Critical Keys to the Game

So you snickered your way through Football Appreciation 101, did you?  Let’s see how sophisticated your football viewing habits really are.  No, this isn’t about trivia.  This is about how you watch the game and what your brain is doing while you are watching it.

I have recently been interviewing women on what they like most about football.

And no, that’s not it – although it certainly doesn’t hurt.

One woman made a comment that I consider to be a mark of the emerging aficionado: “I used to just watch the quarterback. Then I could watch the running backs. Now I can even see the defense.”

This is the natural evolution of spectatorship as our knowledge grows. So, what do you watch when you’ve been watching for 25 years?

1. The lines.


Yep. Those enormous guys up front who move about 3 yards on each play. Nauseating as that old saw about games being won “in the trenches” is – it’s true. Nowhere was it more evident than in Super Bowl XLII (see Barbara’s Playoff Picks for a complete game breakdown). Tom Terrific couldn’t get a pass off in the second half without threading it through a wall of Giants coming at him full steam ahead. I don’t care how cool the guy is – that’s gotta get to you! And it did.

If the pocket collapses, you can’t throw; if the Dline is in your backfield you can’t run. Defensively, if you can get in the opposing QB’s face your secondary will get turnovers; if you’re pushing the Guards back into the rusher he loses yards. Period. Tear your eyes away from the QB for a quarter and you’ll know who is winning the game without even looking at the scoreboard.

OK, now that you’re focused on the linemen I’ll spin your noggin’ around entirely by bringing up the second key to football.

2. Quarterback decision-making

Peyton Manning isn’t a better QB than Carson Palmer because he has a better arm or better receivers. He makes better decisions.

We all laugh at #18’s “pre-snap theatre” as Mike Tirico called it. But how often do you see those audibles work? A lot. Generally, QB’s with the best winning percentage are the smartest. It’s much more about when to throw the rock and where to throw the rock than it is about how far you can throw it. Much as we are all still in love with the deep ball and it is still the biggest thrill of the game, 60 yards in the air doesn’t always a win make. Just ask Jeff George.

3. Special teams.

Kickers are a league-wide running joke and even I recently compared a return specialist to a speeding Hobbit. But one afternoon quite a few years ago Bill Parcells changed my entire attitude towards these unheralded competitors (OK – Devin Hester is pretty heralded – but how many “gunners” can YOU name?). Parcells said, “Every yard my special teams makes is one less yard my offense has to get.” So simple it’s juvenile, right? But think about the implications. Then think about the fact that Adam Vinatieri won all 3 Super Bowls for the New England Patriots. And the FG that won it all in number XXXVIII was set up when Carolina Panther John Kasay’s kickoff went out of bounds, allowing the Patriots to start their game-winning drive on the 40 yard line. Makes you think, doesn’t it? So never go for that sandwich during a punt! But then, Deion Sanders showed you that 18 years ago didn’t he?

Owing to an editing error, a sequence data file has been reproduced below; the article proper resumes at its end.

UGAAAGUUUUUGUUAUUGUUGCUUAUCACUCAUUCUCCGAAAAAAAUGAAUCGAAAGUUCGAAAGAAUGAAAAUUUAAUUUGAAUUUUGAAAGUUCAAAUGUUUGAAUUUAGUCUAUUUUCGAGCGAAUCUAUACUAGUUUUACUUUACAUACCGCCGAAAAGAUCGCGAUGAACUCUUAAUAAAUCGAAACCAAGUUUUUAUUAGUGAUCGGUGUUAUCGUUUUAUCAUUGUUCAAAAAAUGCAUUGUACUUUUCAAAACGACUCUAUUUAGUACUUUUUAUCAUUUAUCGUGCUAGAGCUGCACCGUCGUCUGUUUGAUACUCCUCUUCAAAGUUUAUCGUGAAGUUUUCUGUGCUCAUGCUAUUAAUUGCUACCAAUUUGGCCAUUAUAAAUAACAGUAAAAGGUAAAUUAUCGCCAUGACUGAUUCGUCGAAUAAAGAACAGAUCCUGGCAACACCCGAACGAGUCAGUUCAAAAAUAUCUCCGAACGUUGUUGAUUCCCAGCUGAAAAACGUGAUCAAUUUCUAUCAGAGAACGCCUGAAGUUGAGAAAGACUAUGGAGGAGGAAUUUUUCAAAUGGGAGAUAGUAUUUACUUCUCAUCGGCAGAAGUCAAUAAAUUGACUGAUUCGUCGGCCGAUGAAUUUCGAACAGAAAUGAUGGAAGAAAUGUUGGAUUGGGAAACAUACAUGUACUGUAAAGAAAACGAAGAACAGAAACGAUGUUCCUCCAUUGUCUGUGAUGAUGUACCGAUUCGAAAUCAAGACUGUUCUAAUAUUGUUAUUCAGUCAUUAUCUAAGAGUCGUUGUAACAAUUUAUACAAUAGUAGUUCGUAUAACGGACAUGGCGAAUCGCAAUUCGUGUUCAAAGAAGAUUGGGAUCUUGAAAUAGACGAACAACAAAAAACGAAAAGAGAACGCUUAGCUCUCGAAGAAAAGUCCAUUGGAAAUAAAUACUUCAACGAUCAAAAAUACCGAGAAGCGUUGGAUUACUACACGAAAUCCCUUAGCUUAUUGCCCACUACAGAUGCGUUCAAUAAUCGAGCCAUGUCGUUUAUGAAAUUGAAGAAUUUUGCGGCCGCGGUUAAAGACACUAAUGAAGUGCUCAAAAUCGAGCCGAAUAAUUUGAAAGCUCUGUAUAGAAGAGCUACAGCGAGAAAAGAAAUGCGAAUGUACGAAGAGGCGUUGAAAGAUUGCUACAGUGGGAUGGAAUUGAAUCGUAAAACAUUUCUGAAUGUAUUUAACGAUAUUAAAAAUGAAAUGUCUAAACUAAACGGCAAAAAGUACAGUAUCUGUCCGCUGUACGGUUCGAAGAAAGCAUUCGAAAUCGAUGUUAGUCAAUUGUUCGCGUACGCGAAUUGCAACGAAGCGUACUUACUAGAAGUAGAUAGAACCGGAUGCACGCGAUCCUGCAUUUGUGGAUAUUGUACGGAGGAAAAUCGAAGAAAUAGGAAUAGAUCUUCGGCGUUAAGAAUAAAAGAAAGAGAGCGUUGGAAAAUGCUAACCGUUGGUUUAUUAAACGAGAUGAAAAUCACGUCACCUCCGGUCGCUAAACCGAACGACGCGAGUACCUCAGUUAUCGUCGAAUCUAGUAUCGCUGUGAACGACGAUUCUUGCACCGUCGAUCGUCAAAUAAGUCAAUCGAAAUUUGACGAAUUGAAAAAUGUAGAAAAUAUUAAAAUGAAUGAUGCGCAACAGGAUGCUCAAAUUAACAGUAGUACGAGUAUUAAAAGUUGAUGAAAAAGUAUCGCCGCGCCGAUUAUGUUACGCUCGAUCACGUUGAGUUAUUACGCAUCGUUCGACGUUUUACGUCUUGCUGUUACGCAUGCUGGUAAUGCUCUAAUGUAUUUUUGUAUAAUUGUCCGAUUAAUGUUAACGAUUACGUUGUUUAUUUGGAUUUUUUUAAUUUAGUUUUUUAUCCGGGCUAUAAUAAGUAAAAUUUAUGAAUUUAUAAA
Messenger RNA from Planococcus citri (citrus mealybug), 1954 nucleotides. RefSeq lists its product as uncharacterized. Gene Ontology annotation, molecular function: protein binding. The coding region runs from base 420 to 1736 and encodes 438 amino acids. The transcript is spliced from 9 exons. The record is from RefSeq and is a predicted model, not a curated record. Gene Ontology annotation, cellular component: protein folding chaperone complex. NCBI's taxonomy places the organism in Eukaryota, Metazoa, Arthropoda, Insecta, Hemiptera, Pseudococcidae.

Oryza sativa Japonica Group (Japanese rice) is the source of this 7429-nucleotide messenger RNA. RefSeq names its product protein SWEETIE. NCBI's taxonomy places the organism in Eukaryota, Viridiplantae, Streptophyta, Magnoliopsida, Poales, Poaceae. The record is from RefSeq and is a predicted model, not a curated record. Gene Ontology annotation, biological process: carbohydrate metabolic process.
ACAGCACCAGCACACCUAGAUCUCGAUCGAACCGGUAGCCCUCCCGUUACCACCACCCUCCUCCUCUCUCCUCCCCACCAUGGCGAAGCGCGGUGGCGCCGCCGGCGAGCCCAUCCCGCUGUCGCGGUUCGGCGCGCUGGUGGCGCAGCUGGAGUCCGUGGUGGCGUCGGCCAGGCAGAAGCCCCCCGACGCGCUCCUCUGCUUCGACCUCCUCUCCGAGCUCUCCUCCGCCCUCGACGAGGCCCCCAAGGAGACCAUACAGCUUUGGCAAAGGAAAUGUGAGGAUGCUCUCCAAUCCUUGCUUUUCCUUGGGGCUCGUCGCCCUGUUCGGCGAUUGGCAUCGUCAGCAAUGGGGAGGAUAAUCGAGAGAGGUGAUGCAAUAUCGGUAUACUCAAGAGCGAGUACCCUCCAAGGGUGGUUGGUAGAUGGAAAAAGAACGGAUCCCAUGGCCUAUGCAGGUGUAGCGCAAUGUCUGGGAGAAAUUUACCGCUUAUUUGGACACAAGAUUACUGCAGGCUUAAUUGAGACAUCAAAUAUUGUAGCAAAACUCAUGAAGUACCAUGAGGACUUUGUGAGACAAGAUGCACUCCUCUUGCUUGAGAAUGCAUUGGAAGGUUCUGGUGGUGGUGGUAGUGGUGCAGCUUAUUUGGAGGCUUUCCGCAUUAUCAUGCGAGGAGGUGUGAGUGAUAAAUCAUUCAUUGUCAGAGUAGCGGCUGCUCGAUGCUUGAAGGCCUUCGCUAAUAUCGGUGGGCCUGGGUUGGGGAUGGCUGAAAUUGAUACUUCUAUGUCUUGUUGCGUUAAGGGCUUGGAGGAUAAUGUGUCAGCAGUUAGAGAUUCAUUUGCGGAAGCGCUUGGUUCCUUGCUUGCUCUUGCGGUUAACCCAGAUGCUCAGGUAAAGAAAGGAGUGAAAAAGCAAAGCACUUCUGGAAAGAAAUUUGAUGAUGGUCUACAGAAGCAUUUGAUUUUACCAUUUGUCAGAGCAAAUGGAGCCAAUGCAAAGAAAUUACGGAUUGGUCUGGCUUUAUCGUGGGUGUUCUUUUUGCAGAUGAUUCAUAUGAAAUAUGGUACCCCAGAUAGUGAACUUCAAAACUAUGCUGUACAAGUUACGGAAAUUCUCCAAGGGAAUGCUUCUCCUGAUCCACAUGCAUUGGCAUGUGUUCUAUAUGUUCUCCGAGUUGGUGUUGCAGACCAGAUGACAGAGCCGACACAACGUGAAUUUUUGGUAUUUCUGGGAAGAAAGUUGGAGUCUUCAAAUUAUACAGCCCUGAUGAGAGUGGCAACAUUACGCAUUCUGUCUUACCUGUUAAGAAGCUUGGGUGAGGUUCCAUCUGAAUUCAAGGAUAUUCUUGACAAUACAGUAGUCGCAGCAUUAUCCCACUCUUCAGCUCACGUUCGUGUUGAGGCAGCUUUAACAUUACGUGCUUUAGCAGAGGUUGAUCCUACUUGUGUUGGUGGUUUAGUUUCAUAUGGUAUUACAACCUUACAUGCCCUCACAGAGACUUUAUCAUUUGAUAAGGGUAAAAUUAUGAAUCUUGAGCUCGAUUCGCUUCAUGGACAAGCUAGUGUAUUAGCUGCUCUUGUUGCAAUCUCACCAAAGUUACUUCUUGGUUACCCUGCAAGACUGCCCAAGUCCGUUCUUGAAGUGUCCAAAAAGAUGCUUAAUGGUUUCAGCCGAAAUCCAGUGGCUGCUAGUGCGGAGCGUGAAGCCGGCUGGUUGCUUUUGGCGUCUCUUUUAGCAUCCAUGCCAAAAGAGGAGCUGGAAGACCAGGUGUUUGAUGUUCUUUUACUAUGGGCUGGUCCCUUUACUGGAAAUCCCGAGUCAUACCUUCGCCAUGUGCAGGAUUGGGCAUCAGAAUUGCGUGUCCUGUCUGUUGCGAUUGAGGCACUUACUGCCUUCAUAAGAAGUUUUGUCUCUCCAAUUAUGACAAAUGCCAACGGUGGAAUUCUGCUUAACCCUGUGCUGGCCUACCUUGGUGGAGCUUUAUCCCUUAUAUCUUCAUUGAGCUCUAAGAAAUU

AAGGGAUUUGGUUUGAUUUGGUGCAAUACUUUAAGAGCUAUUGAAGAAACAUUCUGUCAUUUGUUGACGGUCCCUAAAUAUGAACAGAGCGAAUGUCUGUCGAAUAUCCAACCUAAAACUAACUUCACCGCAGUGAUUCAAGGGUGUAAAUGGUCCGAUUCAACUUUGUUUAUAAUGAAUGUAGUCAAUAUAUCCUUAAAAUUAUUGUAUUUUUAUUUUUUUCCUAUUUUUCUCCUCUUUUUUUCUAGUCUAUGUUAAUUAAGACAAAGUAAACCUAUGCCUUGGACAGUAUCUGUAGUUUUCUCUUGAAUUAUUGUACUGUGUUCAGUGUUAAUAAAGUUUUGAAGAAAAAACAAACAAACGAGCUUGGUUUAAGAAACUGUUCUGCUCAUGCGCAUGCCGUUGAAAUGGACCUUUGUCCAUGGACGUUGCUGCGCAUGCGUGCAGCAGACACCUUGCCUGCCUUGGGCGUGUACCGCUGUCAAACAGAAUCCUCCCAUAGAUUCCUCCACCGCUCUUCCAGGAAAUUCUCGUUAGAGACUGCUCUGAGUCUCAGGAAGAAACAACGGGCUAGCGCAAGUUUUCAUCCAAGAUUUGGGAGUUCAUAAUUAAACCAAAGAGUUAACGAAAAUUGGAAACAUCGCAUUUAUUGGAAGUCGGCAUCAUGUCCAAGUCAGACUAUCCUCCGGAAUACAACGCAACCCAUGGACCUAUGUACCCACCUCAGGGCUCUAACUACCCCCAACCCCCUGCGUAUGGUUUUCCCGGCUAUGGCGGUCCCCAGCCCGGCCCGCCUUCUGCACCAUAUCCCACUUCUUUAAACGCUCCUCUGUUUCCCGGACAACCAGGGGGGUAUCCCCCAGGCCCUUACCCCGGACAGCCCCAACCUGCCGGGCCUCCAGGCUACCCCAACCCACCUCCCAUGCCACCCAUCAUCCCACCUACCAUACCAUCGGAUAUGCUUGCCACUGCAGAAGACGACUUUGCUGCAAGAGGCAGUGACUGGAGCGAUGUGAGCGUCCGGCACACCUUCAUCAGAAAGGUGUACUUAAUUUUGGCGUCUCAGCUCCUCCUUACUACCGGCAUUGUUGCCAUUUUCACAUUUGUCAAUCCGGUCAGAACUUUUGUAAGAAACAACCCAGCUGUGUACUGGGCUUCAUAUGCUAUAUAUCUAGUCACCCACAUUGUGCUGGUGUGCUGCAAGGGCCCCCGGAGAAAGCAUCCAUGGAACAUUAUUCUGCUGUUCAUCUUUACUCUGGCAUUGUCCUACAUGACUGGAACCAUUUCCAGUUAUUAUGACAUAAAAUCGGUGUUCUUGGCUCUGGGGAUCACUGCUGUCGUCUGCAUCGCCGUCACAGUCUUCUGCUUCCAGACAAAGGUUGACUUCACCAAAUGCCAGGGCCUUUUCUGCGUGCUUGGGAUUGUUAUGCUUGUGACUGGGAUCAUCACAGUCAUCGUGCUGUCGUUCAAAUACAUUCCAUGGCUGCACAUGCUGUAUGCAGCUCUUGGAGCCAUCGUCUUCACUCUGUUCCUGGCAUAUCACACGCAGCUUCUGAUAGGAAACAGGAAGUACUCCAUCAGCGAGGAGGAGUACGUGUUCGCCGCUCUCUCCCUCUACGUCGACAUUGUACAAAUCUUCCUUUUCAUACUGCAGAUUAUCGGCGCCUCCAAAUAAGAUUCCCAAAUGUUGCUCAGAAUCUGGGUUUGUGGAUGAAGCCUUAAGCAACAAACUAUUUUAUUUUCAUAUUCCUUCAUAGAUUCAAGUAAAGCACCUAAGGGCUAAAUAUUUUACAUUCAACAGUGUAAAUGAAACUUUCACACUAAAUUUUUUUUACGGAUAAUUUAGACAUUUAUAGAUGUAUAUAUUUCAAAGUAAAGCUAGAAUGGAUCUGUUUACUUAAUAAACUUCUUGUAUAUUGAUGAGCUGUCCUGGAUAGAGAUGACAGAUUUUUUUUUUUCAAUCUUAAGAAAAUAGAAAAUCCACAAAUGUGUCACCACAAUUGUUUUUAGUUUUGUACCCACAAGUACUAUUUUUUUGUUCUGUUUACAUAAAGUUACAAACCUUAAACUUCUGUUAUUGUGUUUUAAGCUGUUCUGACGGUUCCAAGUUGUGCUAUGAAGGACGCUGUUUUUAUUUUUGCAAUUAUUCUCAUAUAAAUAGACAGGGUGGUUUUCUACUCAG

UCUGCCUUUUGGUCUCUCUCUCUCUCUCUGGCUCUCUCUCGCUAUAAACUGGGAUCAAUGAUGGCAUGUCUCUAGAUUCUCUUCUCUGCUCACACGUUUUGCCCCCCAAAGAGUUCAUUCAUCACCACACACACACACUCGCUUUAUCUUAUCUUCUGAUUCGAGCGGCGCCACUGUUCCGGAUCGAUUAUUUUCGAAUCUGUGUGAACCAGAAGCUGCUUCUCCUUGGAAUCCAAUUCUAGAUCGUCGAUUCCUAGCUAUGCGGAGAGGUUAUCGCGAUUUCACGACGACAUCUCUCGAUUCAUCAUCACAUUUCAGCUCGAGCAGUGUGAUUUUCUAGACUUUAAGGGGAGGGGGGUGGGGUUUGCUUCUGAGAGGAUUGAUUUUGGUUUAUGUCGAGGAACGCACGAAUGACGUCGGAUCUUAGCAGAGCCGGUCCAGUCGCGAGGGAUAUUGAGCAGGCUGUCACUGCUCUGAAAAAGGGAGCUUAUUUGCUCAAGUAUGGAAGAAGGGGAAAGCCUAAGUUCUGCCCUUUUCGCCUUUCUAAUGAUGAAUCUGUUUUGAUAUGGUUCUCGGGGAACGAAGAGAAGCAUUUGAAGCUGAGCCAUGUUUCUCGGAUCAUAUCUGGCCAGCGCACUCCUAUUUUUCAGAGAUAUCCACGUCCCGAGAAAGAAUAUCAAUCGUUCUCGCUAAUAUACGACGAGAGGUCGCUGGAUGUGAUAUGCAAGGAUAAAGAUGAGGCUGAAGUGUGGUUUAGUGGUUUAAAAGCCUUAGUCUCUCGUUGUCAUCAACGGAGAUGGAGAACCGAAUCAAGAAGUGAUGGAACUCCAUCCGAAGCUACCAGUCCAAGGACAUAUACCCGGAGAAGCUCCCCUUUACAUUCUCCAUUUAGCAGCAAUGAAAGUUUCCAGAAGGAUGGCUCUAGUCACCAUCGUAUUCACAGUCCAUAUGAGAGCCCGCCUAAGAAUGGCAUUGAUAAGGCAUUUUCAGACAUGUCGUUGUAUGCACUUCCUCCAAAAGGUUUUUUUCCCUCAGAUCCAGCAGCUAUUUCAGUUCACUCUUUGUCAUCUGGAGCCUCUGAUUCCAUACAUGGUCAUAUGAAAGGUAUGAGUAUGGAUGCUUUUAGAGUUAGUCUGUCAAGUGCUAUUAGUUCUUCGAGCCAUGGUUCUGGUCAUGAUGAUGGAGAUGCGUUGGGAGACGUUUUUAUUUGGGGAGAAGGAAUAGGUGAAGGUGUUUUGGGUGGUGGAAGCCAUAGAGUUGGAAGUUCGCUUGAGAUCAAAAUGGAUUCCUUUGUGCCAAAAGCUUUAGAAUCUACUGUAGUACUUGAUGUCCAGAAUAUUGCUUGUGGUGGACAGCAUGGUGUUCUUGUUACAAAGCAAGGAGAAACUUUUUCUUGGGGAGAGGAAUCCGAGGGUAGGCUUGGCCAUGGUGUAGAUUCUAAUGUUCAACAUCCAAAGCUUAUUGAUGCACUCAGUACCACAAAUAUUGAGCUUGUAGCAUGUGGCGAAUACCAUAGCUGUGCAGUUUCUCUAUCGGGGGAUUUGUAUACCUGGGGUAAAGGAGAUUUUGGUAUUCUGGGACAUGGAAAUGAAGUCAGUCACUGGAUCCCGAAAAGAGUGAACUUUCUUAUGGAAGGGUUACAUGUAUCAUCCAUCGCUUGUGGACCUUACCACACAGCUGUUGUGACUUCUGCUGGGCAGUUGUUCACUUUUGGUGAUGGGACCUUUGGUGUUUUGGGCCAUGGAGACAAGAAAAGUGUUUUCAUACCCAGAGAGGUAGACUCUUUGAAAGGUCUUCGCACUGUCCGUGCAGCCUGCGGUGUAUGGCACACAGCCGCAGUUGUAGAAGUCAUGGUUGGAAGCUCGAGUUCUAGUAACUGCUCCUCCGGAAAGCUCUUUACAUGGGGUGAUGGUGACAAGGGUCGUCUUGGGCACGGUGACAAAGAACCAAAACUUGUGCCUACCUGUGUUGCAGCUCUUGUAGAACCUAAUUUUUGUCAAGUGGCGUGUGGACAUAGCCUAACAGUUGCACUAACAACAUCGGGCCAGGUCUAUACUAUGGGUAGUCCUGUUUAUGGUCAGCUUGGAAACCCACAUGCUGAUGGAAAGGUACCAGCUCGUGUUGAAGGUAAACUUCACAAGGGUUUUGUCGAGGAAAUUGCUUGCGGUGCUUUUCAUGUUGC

4. Coaching adjustments.

Yeah, I know – the coaches don’t play. They can’t block a kick or catch a pass. But they can be masters of both the big picture and the details. And the great ones are flexible. They are able to abandon a game plan without even the ghost of regret if it’s not working or they see a new weakness to be exploited. Amazingly, Belichick’s last two season-ending games have been the prime recent examples of getting flat-out out-coached. What? The Hoodie (as Jim Rome would say)? Mr. Best Coach in Football? Yes indeed.

In February’s Super Bowl, dour Mr. B. refused to give up on his aerial attack even when Brady was clearly not getting time to make those great decisions for which he’s famous. Granted, if all I needed was one long Randy Moss bomb to win another ring I might be a little stubborn on that front too. And it isn’t as if the New York linebackers were sleeping on rush D. But a changeup was worth a try.

Two years ago, in the AFC Championship game it was Tony Dungy who made all the great half-time coaching changes. Belichick continued to play his D according to the plan that had gotten the Pats an 18-point lead. Dungy switched to a two-pronged running juggernaut and turned his ProBowl WR’s into blockers while Belichick kept his guys pursuing the pass. Result? Indy went to the Super Bowl.

Now that you are armed with these not-so-secret insights, go out there and flaunt your football erudition. You’ll be the toast of the living room. Warning: when the person you’re talking to gets that glazed look in their eyes – they are either on overload or they’re a baseball fan.

Meanwhile …

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